The states or territories with the lowest potential workers to population ratios in February 2024 were:

  • Northern Territory - 7.6%
  • South Australia - 8.4%
  • Australian Capital Territory - 8.5%
  • New South Wales - 8.5%.

The states or territories with the greatest fall or rise in potential workers to population ratios between 2023 and 2024 were:

  • Northern Territory - down 1.7 percentage points (from 9.3% to 7.6%)
  • Tasmania - up 1.1 percentage points (from 8.4% to 9.5%)
  • Australian Capital Territory - up 1.1 percentage points (from 7.4% to 8.5%).

Availability for work

Not all potential workers are available to start work immediately. Of the 1.9 million people in February 2024 who wanted to work:

  • 1.1 million were available to start work in the previous week.
  • 483,000 were available to start work within four weeks (but not last week).
  • 329,800 were not available to start work within four weeks.


The main reasons people who wanted to work were not available to start within four weeks were:

  • Caring for children – 65,100 (21%)
  • Studying, or returning to studies – 62,700 (20%)
  • Own long-term health condition or disability – 58,200 (18%)
  • Own short-term health condition or injury – 28,000 (9%)
  • Caring for ill or elderly person/relative – 24,500 (8%).

Not looking for work

People who were unavailable for work in the short to medium-term may not begin looking for work until it is closer to the time when they will be able to work. Of those who were not available within four weeks:

  • 49,700 looked for work in the last 12 months
  • 280,100 did not look for work in the last 12 months.


There were 809,600 people who wanted to work, were available to start either immediately or within four weeks, but did not actively look for work. The main reasons they did not actively look for work last week were:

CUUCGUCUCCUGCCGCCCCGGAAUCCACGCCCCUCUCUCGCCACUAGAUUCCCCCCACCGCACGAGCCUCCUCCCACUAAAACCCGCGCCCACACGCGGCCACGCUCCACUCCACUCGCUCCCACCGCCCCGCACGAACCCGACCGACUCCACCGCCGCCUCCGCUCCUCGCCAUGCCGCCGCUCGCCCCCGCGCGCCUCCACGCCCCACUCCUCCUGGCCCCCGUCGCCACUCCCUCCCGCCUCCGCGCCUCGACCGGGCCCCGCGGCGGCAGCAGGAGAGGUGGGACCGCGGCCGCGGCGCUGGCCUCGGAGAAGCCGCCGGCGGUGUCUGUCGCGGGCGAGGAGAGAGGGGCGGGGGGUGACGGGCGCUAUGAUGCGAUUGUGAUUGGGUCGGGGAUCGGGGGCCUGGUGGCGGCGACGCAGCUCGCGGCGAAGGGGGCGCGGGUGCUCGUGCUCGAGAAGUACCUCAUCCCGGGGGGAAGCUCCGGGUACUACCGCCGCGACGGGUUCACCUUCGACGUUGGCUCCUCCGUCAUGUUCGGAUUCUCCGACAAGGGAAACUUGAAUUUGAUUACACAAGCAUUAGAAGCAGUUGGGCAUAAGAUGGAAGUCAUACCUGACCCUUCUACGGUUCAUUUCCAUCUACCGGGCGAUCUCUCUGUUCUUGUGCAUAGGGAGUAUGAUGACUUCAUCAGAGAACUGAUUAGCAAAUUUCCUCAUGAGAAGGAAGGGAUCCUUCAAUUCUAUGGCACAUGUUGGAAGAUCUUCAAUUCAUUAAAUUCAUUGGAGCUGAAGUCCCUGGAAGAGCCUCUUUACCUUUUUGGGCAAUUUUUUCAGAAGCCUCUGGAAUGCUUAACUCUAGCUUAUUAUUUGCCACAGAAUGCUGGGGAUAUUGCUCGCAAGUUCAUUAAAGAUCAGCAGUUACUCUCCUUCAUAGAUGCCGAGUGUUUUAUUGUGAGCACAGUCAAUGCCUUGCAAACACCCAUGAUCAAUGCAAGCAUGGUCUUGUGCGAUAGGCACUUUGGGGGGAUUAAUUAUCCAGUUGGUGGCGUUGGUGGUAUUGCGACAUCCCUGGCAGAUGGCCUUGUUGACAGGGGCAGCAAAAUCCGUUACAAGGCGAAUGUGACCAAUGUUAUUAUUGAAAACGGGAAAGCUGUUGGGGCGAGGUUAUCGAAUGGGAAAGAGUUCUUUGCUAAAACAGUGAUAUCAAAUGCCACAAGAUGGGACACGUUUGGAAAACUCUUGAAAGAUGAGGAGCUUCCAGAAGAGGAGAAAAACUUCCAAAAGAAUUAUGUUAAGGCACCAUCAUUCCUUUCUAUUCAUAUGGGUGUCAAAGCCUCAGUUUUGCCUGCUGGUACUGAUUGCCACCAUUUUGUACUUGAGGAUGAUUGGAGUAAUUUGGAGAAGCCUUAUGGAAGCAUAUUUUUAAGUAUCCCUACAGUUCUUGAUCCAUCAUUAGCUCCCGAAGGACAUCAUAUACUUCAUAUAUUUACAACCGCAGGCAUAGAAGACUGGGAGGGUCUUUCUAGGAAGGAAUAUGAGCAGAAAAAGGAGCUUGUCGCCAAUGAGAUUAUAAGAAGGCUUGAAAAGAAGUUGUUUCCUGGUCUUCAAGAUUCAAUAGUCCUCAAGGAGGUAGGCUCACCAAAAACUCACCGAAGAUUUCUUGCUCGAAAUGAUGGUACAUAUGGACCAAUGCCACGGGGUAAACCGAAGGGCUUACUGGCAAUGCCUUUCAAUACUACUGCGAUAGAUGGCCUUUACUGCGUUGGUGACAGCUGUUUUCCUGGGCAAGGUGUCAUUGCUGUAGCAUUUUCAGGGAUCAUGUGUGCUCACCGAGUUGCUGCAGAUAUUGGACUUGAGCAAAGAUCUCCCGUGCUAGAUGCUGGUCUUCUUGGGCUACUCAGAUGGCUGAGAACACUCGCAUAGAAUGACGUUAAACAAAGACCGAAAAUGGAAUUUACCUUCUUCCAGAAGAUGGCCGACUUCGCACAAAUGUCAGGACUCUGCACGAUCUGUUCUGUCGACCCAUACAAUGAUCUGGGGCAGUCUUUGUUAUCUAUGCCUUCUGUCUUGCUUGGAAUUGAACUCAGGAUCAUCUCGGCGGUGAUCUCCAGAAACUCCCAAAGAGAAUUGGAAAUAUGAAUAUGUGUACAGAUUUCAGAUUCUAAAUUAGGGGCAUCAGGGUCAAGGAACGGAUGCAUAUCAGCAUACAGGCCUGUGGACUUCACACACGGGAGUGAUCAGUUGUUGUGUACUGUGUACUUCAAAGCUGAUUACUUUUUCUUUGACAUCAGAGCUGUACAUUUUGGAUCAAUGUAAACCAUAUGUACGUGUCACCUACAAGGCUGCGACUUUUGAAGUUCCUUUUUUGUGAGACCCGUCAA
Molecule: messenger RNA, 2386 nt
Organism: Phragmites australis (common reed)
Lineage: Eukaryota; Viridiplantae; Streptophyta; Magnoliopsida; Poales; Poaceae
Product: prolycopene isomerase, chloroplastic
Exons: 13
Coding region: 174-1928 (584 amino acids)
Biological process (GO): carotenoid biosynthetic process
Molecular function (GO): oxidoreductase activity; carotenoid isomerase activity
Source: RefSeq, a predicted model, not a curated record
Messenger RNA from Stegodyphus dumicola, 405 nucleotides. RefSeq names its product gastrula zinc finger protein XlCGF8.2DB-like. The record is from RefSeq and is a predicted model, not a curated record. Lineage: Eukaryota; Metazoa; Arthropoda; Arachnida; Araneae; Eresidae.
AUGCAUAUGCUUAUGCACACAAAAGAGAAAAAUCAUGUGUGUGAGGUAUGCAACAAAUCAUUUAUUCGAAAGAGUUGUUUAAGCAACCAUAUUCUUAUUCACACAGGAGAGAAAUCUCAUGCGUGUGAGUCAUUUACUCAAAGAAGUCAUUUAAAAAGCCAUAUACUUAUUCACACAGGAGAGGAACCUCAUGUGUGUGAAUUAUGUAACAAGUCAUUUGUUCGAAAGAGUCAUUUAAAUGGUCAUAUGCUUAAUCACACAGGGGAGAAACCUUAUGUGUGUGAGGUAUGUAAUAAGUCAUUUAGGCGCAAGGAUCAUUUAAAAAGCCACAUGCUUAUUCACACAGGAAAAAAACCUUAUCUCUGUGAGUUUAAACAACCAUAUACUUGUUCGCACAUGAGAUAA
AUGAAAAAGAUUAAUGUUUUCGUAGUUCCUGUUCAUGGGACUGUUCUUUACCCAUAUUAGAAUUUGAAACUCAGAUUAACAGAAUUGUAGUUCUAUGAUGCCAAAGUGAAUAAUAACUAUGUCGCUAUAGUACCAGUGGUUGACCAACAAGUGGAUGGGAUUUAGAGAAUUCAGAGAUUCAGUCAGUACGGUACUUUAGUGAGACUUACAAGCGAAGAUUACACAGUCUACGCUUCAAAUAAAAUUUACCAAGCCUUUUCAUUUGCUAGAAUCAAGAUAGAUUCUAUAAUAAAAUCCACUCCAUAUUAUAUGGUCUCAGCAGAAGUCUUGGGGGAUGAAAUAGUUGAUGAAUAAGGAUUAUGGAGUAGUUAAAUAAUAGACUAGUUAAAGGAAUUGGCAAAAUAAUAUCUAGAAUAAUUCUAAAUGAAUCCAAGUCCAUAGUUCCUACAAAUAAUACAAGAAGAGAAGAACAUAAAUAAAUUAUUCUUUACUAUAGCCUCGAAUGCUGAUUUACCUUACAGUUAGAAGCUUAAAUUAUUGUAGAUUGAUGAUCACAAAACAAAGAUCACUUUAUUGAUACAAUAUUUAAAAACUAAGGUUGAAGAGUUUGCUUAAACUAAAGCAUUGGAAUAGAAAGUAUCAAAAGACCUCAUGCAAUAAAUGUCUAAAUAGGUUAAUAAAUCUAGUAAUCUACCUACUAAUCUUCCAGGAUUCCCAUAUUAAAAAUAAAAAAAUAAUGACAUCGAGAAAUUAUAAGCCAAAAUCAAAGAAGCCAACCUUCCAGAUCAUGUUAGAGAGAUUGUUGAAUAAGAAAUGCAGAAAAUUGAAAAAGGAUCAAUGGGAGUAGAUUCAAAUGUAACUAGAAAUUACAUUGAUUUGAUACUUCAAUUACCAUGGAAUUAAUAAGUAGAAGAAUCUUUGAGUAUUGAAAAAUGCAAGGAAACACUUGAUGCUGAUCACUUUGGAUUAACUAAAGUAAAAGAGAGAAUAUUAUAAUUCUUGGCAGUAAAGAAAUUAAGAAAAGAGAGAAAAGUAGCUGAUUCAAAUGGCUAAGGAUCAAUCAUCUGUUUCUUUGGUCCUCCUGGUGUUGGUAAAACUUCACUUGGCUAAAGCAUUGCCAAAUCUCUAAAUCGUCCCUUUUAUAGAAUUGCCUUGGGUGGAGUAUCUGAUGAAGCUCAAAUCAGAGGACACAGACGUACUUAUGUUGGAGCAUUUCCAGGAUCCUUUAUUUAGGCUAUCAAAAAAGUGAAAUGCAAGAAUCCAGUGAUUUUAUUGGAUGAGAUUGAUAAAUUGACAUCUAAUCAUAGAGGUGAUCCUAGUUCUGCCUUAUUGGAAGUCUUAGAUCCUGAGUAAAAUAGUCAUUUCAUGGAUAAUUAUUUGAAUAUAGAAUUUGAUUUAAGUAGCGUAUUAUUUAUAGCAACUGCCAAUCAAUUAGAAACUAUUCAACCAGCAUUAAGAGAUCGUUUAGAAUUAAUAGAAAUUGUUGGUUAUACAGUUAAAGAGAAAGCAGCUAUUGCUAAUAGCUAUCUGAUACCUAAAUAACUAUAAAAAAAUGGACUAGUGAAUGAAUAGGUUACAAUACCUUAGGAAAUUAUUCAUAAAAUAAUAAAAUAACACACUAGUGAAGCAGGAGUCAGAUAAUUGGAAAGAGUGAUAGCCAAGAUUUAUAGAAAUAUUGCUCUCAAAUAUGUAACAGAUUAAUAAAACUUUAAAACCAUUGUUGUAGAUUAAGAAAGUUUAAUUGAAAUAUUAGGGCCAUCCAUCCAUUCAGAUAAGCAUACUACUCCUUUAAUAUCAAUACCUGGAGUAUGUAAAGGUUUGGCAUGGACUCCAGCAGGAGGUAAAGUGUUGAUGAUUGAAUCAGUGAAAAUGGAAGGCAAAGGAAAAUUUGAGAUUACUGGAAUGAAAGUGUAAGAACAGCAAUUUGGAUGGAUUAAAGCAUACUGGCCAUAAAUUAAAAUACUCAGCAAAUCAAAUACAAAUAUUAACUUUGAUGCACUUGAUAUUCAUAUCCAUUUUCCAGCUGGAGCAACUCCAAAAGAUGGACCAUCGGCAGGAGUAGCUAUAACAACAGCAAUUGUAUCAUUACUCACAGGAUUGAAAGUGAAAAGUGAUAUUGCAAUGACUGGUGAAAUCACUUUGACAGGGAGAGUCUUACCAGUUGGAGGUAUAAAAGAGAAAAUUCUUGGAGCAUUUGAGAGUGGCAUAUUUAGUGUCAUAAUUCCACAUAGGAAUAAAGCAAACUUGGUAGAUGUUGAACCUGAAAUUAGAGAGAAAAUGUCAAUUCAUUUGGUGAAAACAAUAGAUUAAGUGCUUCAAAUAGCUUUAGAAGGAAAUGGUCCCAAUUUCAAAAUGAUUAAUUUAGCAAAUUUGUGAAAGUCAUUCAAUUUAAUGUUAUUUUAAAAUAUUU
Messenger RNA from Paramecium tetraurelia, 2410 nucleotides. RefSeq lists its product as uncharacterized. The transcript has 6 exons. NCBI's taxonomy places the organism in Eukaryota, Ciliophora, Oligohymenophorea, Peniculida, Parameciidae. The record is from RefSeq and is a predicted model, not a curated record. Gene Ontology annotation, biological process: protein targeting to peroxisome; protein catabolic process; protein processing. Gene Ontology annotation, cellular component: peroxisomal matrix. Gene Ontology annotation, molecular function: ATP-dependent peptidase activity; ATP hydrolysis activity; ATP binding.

• Attending an educational institution – 197,100
  • Childcare – 112,100
  • Own long-term health condition or disability - 97,500.

Difficulties finding work

In February 2024, of the 554,400 unemployed people, 82% reported having difficulty finding work.

The main difficulty for job seekers in February 2024 was 'Too many applicants for available jobs'.

Other difficulties, nec - includes multiple difficulties not elsewhere classified

People who don't want to work

In February 2024, there were 5.7 million people aged 15 years or over who did not want to work, or were permanently unable to work. The main activities of people who did not want to work were:

  • Retired – 3 million (60%)
  • Home duties – 529,400 (10%)
  • Attending an educational institution – 486,300 (10%)
  • Own long-term health condition or disability - 292,800 (6%).

There were 751,500 people who were permanently unable to work.

Data downloads

Potential workers

Data files

Table 4a is an alternative version of Table 4 with additional detail around the specific childcare reasons for why people are not looking for work. The new table layout is very similar to Table 5 of Barriers and Incentives to Labour Force Participation and is an example of how we might redevelop the outputs of PJSM in the future and look for ways to improve coherence with the Barriers and Incentives release.

Job search experience

Data files

Relative standard errors, Tables 1 to 9

Previous catalogue number

This release uses ABS catalogue number 6228.0*.

Data from this release was previously published in:


* Note: Catalogue number 6228.0 was previously used for Survey of Persons Registered with the CES as Unemployed (Preliminary), Mar 1977.

** Note: Catalogue number 6226.0 was previously used for School Leavers, 1970 to 1974: their Employment Status and Education Experience, May 1975.